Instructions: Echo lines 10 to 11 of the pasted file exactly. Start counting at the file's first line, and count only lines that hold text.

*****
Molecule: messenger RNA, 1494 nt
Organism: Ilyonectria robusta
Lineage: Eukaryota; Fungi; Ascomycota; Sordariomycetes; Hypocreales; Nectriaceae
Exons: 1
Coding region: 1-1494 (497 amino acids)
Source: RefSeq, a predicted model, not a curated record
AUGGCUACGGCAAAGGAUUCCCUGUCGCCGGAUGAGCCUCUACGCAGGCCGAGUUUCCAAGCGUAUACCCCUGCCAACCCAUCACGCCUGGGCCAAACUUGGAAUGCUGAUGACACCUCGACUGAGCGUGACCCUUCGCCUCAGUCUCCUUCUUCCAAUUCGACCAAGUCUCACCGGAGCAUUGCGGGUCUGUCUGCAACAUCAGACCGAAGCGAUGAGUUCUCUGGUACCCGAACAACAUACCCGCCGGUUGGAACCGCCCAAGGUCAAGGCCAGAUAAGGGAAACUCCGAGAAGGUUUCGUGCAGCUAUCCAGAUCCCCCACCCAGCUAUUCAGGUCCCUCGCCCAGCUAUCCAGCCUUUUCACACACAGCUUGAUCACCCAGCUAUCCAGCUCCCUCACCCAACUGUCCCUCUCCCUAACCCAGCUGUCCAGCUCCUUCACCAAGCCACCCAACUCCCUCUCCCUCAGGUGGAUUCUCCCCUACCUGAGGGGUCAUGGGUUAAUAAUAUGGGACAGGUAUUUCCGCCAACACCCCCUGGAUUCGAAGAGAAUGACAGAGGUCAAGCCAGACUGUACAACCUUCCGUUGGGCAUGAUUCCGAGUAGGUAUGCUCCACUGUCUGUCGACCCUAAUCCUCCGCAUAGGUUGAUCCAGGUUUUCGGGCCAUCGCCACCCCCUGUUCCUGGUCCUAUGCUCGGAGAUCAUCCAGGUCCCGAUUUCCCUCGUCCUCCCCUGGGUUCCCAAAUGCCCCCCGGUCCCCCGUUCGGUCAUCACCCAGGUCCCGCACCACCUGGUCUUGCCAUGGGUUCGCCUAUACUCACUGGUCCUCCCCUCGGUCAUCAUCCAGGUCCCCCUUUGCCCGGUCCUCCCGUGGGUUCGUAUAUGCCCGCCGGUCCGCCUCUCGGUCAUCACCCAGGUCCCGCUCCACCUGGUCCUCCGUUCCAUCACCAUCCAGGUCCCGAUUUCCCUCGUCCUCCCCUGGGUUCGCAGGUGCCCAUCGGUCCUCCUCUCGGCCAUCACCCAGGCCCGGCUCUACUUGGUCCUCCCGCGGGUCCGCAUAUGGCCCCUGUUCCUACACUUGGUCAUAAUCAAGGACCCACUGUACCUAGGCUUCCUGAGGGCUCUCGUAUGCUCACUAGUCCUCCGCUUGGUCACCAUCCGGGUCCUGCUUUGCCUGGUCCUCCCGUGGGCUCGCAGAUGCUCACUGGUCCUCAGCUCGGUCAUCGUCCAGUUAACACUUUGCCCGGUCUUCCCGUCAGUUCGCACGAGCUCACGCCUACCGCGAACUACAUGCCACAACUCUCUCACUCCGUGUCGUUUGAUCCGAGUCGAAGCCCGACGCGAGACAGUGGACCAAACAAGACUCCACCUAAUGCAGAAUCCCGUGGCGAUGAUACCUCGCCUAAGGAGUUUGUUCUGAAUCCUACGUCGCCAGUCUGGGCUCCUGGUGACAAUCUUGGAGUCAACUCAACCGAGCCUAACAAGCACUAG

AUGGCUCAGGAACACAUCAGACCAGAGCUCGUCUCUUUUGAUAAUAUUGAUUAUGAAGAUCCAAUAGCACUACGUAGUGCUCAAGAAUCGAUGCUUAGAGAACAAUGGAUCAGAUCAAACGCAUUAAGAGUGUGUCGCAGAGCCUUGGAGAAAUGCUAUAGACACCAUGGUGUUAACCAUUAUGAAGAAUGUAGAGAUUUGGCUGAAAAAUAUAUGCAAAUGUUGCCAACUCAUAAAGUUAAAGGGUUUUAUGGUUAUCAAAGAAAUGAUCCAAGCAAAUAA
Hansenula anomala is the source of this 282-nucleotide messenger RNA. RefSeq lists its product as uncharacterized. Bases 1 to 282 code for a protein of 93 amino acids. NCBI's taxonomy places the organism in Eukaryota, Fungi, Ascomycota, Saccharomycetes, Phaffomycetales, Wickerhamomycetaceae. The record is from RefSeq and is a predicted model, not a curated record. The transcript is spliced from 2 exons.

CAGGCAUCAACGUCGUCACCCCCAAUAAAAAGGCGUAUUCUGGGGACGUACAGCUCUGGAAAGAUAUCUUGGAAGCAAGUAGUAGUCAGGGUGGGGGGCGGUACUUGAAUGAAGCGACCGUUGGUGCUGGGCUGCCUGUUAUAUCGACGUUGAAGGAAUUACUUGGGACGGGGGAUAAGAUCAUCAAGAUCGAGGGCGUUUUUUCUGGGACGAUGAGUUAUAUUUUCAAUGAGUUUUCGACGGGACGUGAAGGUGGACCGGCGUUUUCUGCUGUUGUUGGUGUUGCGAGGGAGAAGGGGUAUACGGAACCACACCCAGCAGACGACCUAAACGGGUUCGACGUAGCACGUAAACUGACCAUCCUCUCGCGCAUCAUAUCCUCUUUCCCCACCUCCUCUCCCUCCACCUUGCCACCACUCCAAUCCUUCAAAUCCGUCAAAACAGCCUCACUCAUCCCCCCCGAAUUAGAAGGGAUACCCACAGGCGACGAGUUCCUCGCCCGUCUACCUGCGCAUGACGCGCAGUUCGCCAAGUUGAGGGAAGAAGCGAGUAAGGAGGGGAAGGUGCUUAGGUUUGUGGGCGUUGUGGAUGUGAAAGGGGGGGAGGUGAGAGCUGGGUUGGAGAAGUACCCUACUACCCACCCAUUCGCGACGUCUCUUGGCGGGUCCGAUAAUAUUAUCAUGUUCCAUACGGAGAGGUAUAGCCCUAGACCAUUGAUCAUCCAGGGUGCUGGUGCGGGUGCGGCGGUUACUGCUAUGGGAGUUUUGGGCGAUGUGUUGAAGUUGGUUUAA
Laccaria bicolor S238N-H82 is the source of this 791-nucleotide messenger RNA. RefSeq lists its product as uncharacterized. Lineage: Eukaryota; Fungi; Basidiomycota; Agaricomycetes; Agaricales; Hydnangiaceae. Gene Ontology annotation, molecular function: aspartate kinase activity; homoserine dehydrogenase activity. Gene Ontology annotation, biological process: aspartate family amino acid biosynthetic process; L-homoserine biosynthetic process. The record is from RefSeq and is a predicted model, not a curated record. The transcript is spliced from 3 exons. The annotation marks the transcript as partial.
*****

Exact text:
CAGGCAUCAACGUCGUCACCCCCAAUAAAAAGGCGUAUUCUGGGGACGUACAGCUCUGGAAAGAUAUCUUGGAAGCAAGUAGUAGUCAGGGUGGGGGGCGGUACUUGAAUGAAGCGACCGUUGGUGCUGGGCUGCCUGUUAUAUCGACGUUGAAGGAAUUACUUGGGACGGGGGAUAAGAUCAUCAAGAUCGAGGGCGUUUUUUCUGGGACGAUGAGUUAUAUUUUCAAUGAGUUUUCGACGGGACGUGAAGGUGGACCGGCGUUUUCUGCUGUUGUUGGUGUUGCGAGGGAGAAGGGGUAUACGGAACCACACCCAGCAGACGACCUAAACGGGUUCGACGUAGCACGUAAACUGACCAUCCUCUCGCGCAUCAUAUCCUCUUUCCCCACCUCCUCUCCCUCCACCUUGCCACCACUCCAAUCCUUCAAAUCCGUCAAAACAGCCUCACUCAUCCCCCCCGAAUUAGAAGGGAUACCCACAGGCGACGAGUUCCUCGCCCGUCUACCUGCGCAUGACGCGCAGUUCGCCAAGUUGAGGGAAGAAGCGAGUAAGGAGGGGAAGGUGCUUAGGUUUGUGGGCGUUGUGGAUGUGAAAGGGGGGGAGGUGAGAGCUGGGUUGGAGAAGUACCCUACUACCCACCCAUUCGCGACGUCUCUUGGCGGGUCCGAUAAUAUUAUCAUGUUCCAUACGGAGAGGUAUAGCCCUAGACCAUUGAUCAUCCAGGGUGCUGGUGCGGGUGCGGCGGUUACUGCUAUGGGAGUUUUGGGCGAUGUGUUGAAGUUGGUUUAA
Laccaria bicolor S238N-H82 is the source of this 791-nucleotide messenger RNA. RefSeq lists its product as uncharacterized. Lineage: Eukaryota; Fungi; Basidiomycota; Agaricomycetes; Agaricales; Hydnangiaceae. Gene Ontology annotation, molecular function: aspartate kinase activity; homoserine dehydrogenase activity. Gene Ontology annotation, biological process: aspartate family amino acid biosynthetic process; L-homoserine biosynthetic process. The record is from RefSeq and is a predicted model, not a curated record. The transcript is spliced from 3 exons. The annotation marks the transcript as partial.